Academic journal article Iranian Journal of Public Health

Physical Activity, Nutrition, and Dyslipidemia in Middle-Aged Women

Academic journal article Iranian Journal of Public Health

Physical Activity, Nutrition, and Dyslipidemia in Middle-Aged Women

Article excerpt

Abstract

Background: Cardiovascular disease is a major cause of death throughout the world. The aim of this study was to assess the prevalence of overweight/obesity, central obesity, hypertension and dyslipidemia, as well as dietary factors contributing to the development of dyslipidemia among middle-aged women.

Methods: The research design of the present study was a population-based cross-sectional study; anthropometric measures and blood chemistry were obtained. Physical activity was measured using the original International Physical Activity Questionnaires Long Form while food frequency questionnaire (FFQ) was used in assessing individual's habitual intake. Overall, 809 women, 30-50 years of age from fourteen active urban Primary Healthcare Centers (PHC) in Babol City, northern Iran, were obtained from 1,905 households across operational areas of 14 PHC using systematic random sampling method.

Results: The prevalence rates of women classified as overweight/obese, with central obesity, hypertension and dyslipidemia were 82.8%, 75.5%, 14.6% and 63.4%, respectively. Total physical activity did not correlate with cholesterol ratio. Soybean protein was inversely associated with cholesterol ratio (rho=-0.18, Pā‰¤ 0.001). The adjusted OR for dyslipidemia in women with moderate protein intake was significantly higher than in women with high and low intake (OR=2.31; 95% CI= 1.61, 3.30). No significant associations were found between dyslipidemia and carbohydrate, fat intake or physical activity.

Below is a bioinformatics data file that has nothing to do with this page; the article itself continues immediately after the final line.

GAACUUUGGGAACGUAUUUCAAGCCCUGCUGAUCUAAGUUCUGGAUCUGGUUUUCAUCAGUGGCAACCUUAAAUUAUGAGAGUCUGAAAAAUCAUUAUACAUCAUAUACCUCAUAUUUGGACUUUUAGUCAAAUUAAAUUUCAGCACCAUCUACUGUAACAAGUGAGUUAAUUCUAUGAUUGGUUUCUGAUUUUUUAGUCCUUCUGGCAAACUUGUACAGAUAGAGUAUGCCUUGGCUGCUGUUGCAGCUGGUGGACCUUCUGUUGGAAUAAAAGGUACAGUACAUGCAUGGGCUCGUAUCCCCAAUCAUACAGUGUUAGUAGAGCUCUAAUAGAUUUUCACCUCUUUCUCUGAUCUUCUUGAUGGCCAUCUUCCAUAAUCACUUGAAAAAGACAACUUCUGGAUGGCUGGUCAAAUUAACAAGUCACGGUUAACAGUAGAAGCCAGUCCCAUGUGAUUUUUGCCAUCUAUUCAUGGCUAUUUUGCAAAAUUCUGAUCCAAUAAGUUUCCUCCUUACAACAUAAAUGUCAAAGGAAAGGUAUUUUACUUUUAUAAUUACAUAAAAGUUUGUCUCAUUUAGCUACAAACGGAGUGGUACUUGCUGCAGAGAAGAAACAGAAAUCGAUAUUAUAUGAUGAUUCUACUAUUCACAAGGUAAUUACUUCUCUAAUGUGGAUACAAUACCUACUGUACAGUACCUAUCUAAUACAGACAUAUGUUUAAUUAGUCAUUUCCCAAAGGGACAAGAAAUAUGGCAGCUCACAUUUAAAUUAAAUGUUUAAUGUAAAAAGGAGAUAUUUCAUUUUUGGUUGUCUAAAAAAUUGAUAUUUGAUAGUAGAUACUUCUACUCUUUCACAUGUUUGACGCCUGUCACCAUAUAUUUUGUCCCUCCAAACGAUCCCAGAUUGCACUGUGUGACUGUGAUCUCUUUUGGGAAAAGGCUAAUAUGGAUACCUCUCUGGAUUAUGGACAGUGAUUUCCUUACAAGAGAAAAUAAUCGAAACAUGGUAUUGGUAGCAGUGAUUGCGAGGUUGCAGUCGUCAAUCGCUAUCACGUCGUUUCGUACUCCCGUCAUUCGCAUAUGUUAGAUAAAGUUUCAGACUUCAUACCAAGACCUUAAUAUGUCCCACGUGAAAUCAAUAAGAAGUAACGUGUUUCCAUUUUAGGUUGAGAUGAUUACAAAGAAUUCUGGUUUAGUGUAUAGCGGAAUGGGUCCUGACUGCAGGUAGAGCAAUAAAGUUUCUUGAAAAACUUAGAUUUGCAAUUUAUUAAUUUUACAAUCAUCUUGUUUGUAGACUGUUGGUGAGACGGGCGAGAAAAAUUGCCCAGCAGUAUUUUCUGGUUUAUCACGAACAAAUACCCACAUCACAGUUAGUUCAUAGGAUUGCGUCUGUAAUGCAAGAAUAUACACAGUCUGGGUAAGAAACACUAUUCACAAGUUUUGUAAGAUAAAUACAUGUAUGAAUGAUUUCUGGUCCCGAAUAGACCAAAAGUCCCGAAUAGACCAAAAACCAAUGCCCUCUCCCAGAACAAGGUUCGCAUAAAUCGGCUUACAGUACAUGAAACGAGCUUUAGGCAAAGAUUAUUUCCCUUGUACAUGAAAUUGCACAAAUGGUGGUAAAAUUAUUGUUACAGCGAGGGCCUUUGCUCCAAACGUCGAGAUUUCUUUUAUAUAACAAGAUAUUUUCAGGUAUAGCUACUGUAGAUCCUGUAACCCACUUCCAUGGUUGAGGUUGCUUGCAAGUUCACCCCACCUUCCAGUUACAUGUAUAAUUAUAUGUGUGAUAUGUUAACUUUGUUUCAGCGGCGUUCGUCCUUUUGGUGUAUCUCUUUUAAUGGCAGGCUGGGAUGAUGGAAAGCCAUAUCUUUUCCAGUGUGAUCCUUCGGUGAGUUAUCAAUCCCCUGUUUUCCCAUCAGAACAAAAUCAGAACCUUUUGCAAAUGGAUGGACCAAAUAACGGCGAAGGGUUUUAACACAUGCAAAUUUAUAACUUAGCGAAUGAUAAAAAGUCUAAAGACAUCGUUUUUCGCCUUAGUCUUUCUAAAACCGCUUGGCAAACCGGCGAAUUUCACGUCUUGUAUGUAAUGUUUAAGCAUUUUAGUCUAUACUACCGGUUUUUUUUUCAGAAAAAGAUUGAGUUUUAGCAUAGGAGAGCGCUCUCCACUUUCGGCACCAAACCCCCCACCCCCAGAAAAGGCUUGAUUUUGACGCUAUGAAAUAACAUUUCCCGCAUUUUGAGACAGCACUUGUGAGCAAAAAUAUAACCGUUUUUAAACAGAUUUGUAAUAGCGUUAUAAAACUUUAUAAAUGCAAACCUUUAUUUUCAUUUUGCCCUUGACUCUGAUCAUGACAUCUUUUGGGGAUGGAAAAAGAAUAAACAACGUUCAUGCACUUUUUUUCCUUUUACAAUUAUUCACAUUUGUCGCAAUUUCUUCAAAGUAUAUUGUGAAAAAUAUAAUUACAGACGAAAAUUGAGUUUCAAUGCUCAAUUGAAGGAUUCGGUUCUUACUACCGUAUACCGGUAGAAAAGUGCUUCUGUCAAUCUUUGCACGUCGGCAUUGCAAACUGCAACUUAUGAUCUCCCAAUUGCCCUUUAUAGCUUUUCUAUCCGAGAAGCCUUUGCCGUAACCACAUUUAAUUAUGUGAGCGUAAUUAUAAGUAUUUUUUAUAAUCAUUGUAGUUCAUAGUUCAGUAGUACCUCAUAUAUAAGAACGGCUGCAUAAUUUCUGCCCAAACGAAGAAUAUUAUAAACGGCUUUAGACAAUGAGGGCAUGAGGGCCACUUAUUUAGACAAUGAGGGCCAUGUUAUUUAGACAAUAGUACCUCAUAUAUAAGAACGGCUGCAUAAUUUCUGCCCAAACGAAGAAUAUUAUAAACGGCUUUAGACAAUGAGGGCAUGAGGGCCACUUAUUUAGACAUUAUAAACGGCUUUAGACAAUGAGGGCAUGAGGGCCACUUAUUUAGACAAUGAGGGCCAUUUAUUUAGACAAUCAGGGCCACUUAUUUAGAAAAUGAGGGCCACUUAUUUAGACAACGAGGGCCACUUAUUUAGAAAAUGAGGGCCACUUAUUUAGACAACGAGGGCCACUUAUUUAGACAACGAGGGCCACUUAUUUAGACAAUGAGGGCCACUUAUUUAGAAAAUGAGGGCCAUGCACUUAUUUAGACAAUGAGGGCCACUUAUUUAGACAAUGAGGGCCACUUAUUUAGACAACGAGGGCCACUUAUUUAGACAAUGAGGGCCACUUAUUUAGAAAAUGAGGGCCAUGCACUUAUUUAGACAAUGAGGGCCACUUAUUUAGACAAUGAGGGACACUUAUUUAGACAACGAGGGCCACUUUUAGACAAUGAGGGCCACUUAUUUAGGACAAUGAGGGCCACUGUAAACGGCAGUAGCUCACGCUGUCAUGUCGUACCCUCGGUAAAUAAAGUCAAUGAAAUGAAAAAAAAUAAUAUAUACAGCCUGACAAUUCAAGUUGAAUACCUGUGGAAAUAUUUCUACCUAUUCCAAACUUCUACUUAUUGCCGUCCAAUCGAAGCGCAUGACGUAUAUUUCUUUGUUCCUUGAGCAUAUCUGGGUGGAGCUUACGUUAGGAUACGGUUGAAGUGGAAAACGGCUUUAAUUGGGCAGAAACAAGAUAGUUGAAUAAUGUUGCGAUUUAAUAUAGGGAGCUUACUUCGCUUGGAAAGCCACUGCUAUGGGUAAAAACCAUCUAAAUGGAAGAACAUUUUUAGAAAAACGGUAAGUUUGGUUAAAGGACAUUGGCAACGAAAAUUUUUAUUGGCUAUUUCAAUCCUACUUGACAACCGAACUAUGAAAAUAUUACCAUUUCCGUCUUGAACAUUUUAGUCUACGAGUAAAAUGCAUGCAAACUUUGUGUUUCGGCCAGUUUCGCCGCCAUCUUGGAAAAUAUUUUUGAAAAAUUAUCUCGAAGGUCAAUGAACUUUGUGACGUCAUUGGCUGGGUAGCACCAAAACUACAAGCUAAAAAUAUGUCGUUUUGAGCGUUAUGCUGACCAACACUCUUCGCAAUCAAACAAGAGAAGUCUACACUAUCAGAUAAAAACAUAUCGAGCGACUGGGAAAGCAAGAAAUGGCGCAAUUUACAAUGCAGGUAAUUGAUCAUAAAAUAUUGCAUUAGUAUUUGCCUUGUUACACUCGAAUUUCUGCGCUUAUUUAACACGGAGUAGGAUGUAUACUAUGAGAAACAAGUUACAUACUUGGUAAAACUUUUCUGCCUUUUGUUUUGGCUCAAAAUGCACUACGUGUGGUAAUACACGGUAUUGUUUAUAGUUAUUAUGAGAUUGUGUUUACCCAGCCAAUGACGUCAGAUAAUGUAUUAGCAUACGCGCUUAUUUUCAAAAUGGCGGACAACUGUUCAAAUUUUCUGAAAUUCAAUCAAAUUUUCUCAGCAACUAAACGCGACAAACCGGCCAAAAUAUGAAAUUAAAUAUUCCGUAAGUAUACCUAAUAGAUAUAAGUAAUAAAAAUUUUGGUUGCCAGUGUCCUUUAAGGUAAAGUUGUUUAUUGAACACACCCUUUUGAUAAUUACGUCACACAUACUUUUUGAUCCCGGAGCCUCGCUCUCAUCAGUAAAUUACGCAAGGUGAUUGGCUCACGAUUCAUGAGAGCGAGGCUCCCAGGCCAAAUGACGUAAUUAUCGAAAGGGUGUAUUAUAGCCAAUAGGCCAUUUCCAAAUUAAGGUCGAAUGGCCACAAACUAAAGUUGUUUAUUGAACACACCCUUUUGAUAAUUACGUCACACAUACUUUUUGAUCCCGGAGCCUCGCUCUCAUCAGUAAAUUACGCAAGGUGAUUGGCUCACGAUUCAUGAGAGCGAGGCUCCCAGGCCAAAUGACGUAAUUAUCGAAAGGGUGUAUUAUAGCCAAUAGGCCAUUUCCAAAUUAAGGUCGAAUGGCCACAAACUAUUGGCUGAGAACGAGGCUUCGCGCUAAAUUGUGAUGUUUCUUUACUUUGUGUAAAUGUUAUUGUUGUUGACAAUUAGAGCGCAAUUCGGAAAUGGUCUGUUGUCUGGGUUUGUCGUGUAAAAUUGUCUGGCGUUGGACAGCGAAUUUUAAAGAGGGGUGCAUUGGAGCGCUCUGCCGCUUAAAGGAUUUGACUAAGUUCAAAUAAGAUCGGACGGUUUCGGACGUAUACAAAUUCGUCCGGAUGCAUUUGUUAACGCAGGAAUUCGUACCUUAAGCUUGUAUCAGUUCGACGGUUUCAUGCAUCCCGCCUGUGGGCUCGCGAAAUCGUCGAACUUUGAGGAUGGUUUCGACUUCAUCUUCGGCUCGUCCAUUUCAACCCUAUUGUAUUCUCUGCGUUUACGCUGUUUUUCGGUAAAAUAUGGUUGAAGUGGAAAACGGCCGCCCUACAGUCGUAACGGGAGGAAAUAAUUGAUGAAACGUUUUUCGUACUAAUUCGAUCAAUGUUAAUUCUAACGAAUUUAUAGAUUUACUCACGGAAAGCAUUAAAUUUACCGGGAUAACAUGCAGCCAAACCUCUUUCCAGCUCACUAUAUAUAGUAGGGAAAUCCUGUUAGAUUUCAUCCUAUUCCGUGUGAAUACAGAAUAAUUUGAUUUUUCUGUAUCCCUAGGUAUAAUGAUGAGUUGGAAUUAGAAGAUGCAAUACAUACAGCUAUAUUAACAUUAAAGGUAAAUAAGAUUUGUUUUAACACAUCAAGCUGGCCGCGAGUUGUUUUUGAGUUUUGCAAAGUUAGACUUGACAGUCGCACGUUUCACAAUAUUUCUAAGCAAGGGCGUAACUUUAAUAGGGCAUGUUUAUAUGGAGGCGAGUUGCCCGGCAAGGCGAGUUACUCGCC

Conclusion: This study showed very high prevalence of cardiovascular disease risk factors among Iranian middle-aged women. A more detailed study is suggested to develop definitively recommendations for the primary and secondary prevention of cardiovascular disease for the Iranian population.

Keywords: Nutrition, Physical activity, Dyslipidemia, Women's health

Introduction

Cardiovascular disease is recognized as the most common cause of death worldwide (1). Overweight/ obesity, hypertension, dyslipidemia, and other manifestations are major risk factors (2). Improved long-term outcomes have been attained as a result of physicians' recommendations for dietary practices and physical activity that lead to several favorable parameters such as a healthier waist circumference and improved body mass index, lower blood pressure, improved HDLcholesterol, and triglyceride levels (3). HDLcholesterol is protective against cardiovascular disease and decreases cardiovascular morbidity and mortality (4). A meta-analysis has shown that glucose and lipid metabolism are strongly related and a high carbohydrate diet, which contributes to disorders of glucose metabolism, increase plasma triglycerides and decrease in HDLcholesterol (5).

It is suggested that local eating habits, lifestyle patterns and consumption of high caloric foods are predisposing factors of obesity. Babolian women have access to a diet that is rich in carbohydrate (rice) (6). A diet high in carbohydrates has been associated with overeating and the risk of obesity. Some researchers reported the effects of high carbohydrate consumption on being overweight in which triglyceride concentrations appear to be greater in men than women (7, 8). The occurrence of obesity and other cardiovascular disease risk factors have not been extensively examined, particularly among Iranian middle-aged women. Therefore, we investigated the prevalence of overweight/obesity, central obesity, and other cardiovascular disease risk factors, namely high blood pressure and dyslipidemia among middle-aged women. Finally, we investigated the relationship of physical activity and nutrition with dyslipidemia.

Materials and Methods

This study was conducted with the approval of the Medical Research Ethics Committee of the Faculty of Medicine and Health Sciences, Universiti Putra Malaysia, and Babol University of Medical Sciences approved the study. Written informed consent was obtained from the participants. ā€¦

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